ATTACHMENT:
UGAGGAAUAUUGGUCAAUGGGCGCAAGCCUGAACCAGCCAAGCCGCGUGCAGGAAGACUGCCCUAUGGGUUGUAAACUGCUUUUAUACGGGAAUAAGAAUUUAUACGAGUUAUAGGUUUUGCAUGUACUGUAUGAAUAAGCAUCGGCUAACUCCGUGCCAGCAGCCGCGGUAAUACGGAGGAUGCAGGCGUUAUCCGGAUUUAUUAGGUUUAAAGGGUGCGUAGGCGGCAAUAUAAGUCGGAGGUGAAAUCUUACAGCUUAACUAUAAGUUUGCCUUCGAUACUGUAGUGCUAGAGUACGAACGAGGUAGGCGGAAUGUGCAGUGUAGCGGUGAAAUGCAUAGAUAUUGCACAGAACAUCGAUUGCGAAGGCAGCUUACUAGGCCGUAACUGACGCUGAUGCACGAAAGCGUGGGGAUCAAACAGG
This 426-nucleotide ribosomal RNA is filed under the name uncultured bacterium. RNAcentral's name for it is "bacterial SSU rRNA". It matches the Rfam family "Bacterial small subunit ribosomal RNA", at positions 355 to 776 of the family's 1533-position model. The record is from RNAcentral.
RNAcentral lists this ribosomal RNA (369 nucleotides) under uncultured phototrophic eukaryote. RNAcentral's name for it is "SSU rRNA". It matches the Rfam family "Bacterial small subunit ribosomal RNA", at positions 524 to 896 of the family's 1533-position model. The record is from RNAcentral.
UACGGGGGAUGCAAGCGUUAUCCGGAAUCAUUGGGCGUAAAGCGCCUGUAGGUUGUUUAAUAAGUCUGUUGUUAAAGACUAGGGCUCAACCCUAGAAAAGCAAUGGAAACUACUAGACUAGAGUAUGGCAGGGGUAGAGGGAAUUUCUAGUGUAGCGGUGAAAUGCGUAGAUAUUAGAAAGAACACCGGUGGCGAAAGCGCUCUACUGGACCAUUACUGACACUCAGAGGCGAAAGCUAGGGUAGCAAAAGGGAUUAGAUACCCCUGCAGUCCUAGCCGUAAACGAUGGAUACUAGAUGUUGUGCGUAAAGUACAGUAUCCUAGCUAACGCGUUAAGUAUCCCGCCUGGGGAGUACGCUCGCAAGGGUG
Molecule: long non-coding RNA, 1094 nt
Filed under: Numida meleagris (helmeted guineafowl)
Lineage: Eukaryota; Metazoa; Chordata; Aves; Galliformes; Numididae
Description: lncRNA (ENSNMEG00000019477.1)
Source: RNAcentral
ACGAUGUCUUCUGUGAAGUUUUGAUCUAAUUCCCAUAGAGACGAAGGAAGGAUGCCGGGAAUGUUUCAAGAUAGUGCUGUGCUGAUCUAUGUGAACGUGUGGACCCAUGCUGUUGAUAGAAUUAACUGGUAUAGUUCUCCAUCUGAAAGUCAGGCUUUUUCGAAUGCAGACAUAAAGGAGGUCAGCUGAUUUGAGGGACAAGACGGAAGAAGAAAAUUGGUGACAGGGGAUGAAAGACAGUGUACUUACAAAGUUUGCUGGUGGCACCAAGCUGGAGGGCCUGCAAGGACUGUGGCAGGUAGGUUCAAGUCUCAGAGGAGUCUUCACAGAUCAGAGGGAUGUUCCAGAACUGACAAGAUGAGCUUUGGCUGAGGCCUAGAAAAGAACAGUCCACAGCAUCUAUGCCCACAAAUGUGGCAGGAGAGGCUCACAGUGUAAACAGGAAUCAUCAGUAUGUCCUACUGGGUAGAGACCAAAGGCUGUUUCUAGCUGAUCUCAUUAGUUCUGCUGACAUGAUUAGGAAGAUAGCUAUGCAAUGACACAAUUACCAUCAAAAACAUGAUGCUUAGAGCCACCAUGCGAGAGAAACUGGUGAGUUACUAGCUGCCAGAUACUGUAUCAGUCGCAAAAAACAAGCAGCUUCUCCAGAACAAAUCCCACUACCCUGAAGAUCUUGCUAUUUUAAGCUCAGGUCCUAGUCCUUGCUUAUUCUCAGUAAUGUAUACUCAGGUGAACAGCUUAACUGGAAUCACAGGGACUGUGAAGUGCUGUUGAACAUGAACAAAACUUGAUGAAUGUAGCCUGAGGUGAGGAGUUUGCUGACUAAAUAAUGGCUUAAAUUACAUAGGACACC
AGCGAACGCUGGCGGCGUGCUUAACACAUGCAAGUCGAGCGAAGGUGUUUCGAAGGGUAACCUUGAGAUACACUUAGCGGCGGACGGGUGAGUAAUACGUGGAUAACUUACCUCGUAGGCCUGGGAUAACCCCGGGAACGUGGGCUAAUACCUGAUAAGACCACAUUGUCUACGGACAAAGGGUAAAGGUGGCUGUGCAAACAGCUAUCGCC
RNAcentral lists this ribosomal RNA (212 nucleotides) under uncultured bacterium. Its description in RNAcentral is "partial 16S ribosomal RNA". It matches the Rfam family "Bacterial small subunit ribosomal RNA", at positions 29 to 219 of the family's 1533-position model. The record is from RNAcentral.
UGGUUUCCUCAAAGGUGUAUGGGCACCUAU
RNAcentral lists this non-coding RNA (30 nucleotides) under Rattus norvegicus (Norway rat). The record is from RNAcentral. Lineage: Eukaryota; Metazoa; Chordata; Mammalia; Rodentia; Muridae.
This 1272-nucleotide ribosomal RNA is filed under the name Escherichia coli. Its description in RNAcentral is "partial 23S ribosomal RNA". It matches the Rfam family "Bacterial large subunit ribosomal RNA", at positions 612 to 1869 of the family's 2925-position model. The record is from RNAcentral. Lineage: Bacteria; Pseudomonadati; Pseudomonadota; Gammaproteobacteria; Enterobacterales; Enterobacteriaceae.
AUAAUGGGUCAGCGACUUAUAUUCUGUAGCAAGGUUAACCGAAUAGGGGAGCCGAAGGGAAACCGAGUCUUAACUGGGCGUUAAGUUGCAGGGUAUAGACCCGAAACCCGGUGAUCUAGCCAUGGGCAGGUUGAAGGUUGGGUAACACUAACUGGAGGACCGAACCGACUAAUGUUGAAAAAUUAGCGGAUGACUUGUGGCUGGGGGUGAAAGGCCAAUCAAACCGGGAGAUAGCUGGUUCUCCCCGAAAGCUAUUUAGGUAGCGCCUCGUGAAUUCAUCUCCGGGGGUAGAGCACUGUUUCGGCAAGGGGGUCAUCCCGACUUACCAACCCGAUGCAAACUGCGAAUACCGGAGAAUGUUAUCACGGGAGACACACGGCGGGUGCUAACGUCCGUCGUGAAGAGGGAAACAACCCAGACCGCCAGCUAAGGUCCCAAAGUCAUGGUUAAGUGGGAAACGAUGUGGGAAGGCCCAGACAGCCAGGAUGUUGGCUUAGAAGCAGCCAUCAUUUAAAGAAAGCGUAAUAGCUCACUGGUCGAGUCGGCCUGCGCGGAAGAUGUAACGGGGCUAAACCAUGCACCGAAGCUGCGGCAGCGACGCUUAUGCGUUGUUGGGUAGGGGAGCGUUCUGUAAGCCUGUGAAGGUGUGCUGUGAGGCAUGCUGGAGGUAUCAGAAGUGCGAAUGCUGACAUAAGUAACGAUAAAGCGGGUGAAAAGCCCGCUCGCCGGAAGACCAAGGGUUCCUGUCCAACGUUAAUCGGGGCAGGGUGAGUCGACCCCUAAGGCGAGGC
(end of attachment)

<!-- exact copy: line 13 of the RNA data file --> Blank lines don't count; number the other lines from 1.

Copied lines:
UGGUUUCCUCAAAGGUGUAUGGGCACCUAU